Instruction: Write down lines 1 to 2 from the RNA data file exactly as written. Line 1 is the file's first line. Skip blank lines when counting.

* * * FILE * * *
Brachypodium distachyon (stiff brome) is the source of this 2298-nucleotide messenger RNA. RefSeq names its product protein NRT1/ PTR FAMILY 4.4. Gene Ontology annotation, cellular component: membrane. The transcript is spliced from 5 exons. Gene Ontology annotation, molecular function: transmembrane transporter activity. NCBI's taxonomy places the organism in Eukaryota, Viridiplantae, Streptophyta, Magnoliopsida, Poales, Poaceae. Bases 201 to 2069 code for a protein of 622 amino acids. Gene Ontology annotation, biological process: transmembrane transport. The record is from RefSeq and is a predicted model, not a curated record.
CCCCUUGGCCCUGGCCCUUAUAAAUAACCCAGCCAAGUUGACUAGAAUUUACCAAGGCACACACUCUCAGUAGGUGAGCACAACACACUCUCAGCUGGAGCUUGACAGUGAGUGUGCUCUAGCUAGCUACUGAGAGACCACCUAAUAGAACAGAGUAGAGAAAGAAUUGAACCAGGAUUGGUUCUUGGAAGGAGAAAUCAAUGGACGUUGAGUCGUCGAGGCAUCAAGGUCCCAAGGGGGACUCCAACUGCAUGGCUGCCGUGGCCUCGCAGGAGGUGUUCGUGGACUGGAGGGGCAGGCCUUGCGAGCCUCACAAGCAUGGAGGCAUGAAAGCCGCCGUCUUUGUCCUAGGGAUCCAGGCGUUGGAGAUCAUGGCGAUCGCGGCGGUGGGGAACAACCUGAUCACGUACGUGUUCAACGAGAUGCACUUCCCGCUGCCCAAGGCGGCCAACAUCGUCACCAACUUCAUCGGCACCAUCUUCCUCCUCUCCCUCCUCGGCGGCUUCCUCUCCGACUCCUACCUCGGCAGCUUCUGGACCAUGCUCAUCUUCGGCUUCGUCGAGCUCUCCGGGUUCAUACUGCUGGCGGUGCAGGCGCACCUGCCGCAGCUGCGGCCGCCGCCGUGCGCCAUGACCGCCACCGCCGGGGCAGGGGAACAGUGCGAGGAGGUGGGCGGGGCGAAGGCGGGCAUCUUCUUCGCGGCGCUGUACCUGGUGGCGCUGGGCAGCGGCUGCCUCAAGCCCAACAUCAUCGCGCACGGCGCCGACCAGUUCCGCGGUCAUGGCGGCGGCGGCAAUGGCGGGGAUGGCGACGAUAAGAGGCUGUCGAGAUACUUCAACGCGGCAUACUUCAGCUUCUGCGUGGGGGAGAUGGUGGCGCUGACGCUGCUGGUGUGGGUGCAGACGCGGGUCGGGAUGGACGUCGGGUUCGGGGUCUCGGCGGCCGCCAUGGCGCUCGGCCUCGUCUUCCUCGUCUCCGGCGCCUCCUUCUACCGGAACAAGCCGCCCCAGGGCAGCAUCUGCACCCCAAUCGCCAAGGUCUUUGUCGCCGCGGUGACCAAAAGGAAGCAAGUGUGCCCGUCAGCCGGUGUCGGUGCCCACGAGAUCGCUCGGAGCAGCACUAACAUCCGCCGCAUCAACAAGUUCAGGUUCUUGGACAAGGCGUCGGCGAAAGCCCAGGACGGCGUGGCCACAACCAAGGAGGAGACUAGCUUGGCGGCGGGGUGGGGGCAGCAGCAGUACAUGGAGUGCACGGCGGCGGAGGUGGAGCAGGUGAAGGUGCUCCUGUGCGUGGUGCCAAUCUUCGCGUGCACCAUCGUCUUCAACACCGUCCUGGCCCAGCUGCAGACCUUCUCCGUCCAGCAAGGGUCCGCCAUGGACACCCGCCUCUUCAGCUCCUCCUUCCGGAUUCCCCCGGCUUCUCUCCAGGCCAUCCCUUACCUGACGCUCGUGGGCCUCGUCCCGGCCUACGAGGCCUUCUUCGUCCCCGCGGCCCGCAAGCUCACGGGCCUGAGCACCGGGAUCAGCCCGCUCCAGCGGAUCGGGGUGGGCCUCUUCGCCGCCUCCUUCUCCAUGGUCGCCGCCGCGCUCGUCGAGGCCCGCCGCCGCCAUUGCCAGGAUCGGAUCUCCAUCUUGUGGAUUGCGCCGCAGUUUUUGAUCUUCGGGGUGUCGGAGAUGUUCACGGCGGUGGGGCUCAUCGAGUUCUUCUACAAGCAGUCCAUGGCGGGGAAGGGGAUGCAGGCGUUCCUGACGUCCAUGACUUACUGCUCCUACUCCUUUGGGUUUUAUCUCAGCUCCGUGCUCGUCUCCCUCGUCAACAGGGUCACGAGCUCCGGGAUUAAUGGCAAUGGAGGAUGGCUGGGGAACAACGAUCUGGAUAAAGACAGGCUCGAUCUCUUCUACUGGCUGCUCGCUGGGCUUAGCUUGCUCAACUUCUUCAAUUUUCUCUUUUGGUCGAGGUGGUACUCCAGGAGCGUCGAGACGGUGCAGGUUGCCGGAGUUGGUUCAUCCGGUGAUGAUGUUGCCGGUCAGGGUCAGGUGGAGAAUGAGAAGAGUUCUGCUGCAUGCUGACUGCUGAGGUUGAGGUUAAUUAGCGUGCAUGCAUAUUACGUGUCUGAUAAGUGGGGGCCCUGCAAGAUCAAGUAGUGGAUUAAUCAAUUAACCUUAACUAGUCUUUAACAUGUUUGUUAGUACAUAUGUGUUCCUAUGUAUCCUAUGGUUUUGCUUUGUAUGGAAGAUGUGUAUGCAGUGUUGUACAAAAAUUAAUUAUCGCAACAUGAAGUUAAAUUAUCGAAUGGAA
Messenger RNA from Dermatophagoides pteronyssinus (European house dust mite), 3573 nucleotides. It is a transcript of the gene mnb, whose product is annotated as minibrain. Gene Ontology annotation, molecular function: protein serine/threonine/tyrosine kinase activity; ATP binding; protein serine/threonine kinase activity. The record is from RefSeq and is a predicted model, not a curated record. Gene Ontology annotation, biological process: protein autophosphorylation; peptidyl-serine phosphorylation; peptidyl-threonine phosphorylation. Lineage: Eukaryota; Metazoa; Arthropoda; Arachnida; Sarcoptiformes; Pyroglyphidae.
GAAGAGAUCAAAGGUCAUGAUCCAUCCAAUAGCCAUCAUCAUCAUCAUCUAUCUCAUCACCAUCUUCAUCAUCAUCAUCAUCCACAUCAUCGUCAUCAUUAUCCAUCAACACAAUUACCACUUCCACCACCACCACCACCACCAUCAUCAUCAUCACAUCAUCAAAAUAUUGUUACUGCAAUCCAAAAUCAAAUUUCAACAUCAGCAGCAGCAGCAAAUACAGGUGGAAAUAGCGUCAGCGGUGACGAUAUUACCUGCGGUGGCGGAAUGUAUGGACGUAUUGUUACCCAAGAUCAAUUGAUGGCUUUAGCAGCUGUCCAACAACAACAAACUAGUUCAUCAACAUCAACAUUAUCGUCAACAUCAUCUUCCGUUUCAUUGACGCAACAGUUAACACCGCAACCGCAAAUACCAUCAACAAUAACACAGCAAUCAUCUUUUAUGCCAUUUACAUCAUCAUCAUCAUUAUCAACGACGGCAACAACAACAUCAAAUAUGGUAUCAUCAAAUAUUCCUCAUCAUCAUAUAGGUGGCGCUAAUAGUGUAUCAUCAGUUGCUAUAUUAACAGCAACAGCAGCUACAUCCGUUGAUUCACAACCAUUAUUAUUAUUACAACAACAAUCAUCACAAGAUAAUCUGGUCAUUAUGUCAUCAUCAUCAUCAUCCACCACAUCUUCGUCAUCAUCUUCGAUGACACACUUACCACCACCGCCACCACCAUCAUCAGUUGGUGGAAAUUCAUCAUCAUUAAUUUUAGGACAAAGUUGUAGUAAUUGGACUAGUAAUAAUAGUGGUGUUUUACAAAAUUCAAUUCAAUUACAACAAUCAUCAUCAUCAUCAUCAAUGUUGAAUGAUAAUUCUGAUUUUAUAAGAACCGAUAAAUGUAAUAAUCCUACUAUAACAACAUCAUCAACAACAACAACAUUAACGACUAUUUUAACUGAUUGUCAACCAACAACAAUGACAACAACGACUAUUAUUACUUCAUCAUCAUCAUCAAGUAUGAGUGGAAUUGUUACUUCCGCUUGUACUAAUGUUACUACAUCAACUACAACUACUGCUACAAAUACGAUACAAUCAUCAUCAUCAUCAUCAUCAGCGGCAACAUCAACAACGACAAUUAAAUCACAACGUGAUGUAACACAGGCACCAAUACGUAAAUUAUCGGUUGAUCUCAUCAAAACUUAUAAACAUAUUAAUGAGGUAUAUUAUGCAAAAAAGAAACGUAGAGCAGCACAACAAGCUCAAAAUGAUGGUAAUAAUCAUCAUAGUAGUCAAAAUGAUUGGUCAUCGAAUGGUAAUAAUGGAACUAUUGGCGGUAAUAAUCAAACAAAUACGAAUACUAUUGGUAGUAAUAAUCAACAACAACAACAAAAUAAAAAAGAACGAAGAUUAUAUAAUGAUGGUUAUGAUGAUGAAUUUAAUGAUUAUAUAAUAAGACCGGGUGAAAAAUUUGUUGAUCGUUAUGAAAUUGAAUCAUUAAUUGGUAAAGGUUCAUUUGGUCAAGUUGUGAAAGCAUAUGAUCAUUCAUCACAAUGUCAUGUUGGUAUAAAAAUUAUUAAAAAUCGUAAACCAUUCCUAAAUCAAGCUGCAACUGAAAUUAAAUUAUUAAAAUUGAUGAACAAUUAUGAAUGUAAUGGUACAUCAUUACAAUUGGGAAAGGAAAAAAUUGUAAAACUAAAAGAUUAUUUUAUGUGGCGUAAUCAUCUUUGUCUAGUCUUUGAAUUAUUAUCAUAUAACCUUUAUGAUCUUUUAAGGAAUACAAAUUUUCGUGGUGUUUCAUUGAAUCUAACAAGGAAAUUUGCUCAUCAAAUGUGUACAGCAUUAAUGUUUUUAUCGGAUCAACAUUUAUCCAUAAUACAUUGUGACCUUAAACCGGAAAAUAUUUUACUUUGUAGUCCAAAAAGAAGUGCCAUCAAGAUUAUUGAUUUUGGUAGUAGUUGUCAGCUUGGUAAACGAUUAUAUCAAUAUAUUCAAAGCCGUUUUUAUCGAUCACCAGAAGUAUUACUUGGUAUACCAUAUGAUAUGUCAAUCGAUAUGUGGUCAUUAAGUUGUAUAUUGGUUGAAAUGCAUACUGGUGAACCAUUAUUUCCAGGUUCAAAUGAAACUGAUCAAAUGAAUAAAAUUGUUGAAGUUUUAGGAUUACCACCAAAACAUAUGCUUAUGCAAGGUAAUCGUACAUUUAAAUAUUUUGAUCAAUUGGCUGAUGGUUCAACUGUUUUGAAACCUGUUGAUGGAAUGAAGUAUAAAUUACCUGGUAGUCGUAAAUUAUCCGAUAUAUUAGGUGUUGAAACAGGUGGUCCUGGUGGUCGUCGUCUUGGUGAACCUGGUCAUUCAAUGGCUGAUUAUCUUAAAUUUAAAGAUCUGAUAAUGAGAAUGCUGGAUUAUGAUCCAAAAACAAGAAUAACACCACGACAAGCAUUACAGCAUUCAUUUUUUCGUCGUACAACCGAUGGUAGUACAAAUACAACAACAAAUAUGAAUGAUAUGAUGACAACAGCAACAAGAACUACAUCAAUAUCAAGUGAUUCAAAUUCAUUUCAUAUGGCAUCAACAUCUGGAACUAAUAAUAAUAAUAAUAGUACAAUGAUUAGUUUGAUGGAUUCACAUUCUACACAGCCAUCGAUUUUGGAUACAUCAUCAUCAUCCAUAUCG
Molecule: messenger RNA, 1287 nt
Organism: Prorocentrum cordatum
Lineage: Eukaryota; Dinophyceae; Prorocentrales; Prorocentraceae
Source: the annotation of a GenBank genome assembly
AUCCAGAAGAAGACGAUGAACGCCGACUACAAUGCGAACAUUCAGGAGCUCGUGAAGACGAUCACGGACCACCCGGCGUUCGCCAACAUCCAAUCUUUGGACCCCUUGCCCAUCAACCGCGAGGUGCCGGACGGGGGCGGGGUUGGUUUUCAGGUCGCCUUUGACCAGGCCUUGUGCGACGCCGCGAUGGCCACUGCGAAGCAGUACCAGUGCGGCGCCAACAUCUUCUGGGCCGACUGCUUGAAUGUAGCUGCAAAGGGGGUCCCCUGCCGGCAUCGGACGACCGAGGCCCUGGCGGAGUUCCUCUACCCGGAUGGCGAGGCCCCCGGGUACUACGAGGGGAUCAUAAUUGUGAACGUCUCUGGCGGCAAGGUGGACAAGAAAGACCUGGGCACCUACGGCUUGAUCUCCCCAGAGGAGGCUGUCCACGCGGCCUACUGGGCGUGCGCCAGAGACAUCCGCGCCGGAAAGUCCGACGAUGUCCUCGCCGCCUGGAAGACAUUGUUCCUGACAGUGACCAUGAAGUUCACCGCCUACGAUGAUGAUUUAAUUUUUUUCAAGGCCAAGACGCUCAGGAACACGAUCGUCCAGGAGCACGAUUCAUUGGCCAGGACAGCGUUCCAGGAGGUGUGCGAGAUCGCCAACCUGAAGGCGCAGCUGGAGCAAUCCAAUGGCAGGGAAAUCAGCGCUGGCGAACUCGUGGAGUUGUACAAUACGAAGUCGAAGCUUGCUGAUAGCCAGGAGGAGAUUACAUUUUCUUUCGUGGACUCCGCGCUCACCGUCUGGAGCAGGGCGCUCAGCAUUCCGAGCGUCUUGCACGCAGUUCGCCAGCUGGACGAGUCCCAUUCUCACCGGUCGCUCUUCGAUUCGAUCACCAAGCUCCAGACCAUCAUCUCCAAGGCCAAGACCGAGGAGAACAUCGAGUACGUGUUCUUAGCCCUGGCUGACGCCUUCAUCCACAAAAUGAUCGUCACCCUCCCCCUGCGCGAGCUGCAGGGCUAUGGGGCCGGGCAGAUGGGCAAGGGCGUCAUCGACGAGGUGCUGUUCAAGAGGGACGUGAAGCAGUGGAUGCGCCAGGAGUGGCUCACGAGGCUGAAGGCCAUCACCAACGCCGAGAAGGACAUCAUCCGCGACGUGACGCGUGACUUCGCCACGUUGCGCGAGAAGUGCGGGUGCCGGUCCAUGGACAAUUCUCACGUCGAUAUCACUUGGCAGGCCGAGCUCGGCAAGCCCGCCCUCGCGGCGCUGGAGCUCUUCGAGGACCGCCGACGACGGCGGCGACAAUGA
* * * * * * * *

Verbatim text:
Brachypodium distachyon (stiff brome) is the source of this 2298-nucleotide messenger RNA. RefSeq names its product protein NRT1/ PTR FAMILY 4.4. Gene Ontology annotation, cellular component: membrane. The transcript is spliced from 5 exons. Gene Ontology annotation, molecular function: transmembrane transporter activity. NCBI's taxonomy places the organism in Eukaryota, Viridiplantae, Streptophyta, Magnoliopsida, Poales, Poaceae. Bases 201 to 2069 code for a protein of 622 amino acids. Gene Ontology annotation, biological process: transmembrane transport. The record is from RefSeq and is a predicted model, not a curated record.
CCCCUUGGCCCUGGCCCUUAUAAAUAACCCAGCCAAGUUGACUAGAAUUUACCAAGGCACACACUCUCAGUAGGUGAGCACAACACACUCUCAGCUGGAGCUUGACAGUGAGUGUGCUCUAGCUAGCUACUGAGAGACCACCUAAUAGAACAGAGUAGAGAAAGAAUUGAACCAGGAUUGGUUCUUGGAAGGAGAAAUCAAUGGACGUUGAGUCGUCGAGGCAUCAAGGUCCCAAGGGGGACUCCAACUGCAUGGCUGCCGUGGCCUCGCAGGAGGUGUUCGUGGACUGGAGGGGCAGGCCUUGCGAGCCUCACAAGCAUGGAGGCAUGAAAGCCGCCGUCUUUGUCCUAGGGAUCCAGGCGUUGGAGAUCAUGGCGAUCGCGGCGGUGGGGAACAACCUGAUCACGUACGUGUUCAACGAGAUGCACUUCCCGCUGCCCAAGGCGGCCAACAUCGUCACCAACUUCAUCGGCACCAUCUUCCUCCUCUCCCUCCUCGGCGGCUUCCUCUCCGACUCCUACCUCGGCAGCUUCUGGACCAUGCUCAUCUUCGGCUUCGUCGAGCUCUCCGGGUUCAUACUGCUGGCGGUGCAGGCGCACCUGCCGCAGCUGCGGCCGCCGCCGUGCGCCAUGACCGCCACCGCCGGGGCAGGGGAACAGUGCGAGGAGGUGGGCGGGGCGAAGGCGGGCAUCUUCUUCGCGGCGCUGUACCUGGUGGCGCUGGGCAGCGGCUGCCUCAAGCCCAACAUCAUCGCGCACGGCGCCGACCAGUUCCGCGGUCAUGGCGGCGGCGGCAAUGGCGGGGAUGGCGACGAUAAGAGGCUGUCGAGAUACUUCAACGCGGCAUACUUCAGCUUCUGCGUGGGGGAGAUGGUGGCGCUGACGCUGCUGGUGUGGGUGCAGACGCGGGUCGGGAUGGACGUCGGGUUCGGGGUCUCGGCGGCCGCCAUGGCGCUCGGCCUCGUCUUCCUCGUCUCCGGCGCCUCCUUCUACCGGAACAAGCCGCCCCAGGGCAGCAUCUGCACCCCAAUCGCCAAGGUCUUUGUCGCCGCGGUGACCAAAAGGAAGCAAGUGUGCCCGUCAGCCGGUGUCGGUGCCCACGAGAUCGCUCGGAGCAGCACUAACAUCCGCCGCAUCAACAAGUUCAGGUUCUUGGACAAGGCGUCGGCGAAAGCCCAGGACGGCGUGGCCACAACCAAGGAGGAGACUAGCUUGGCGGCGGGGUGGGGGCAGCAGCAGUACAUGGAGUGCACGGCGGCGGAGGUGGAGCAGGUGAAGGUGCUCCUGUGCGUGGUGCCAAUCUUCGCGUGCACCAUCGUCUUCAACACCGUCCUGGCCCAGCUGCAGACCUUCUCCGUCCAGCAAGGGUCCGCCAUGGACACCCGCCUCUUCAGCUCCUCCUUCCGGAUUCCCCCGGCUUCUCUCCAGGCCAUCCCUUACCUGACGCUCGUGGGCCUCGUCCCGGCCUACGAGGCCUUCUUCGUCCCCGCGGCCCGCAAGCUCACGGGCCUGAGCACCGGGAUCAGCCCGCUCCAGCGGAUCGGGGUGGGCCUCUUCGCCGCCUCCUUCUCCAUGGUCGCCGCCGCGCUCGUCGAGGCCCGCCGCCGCCAUUGCCAGGAUCGGAUCUCCAUCUUGUGGAUUGCGCCGCAGUUUUUGAUCUUCGGGGUGUCGGAGAUGUUCACGGCGGUGGGGCUCAUCGAGUUCUUCUACAAGCAGUCCAUGGCGGGGAAGGGGAUGCAGGCGUUCCUGACGUCCAUGACUUACUGCUCCUACUCCUUUGGGUUUUAUCUCAGCUCCGUGCUCGUCUCCCUCGUCAACAGGGUCACGAGCUCCGGGAUUAAUGGCAAUGGAGGAUGGCUGGGGAACAACGAUCUGGAUAAAGACAGGCUCGAUCUCUUCUACUGGCUGCUCGCUGGGCUUAGCUUGCUCAACUUCUUCAAUUUUCUCUUUUGGUCGAGGUGGUACUCCAGGAGCGUCGAGACGGUGCAGGUUGCCGGAGUUGGUUCAUCCGGUGAUGAUGUUGCCGGUCAGGGUCAGGUGGAGAAUGAGAAGAGUUCUGCUGCAUGCUGACUGCUGAGGUUGAGGUUAAUUAGCGUGCAUGCAUAUUACGUGUCUGAUAAGUGGGGGCCCUGCAAGAUCAAGUAGUGGAUUAAUCAAUUAACCUUAACUAGUCUUUAACAUGUUUGUUAGUACAUAUGUGUUCCUAUGUAUCCUAUGGUUUUGCUUUGUAUGGAAGAUGUGUAUGCAGUGUUGUACAAAAAUUAAUUAUCGCAACAUGAAGUUAAAUUAUCGAAUGGAA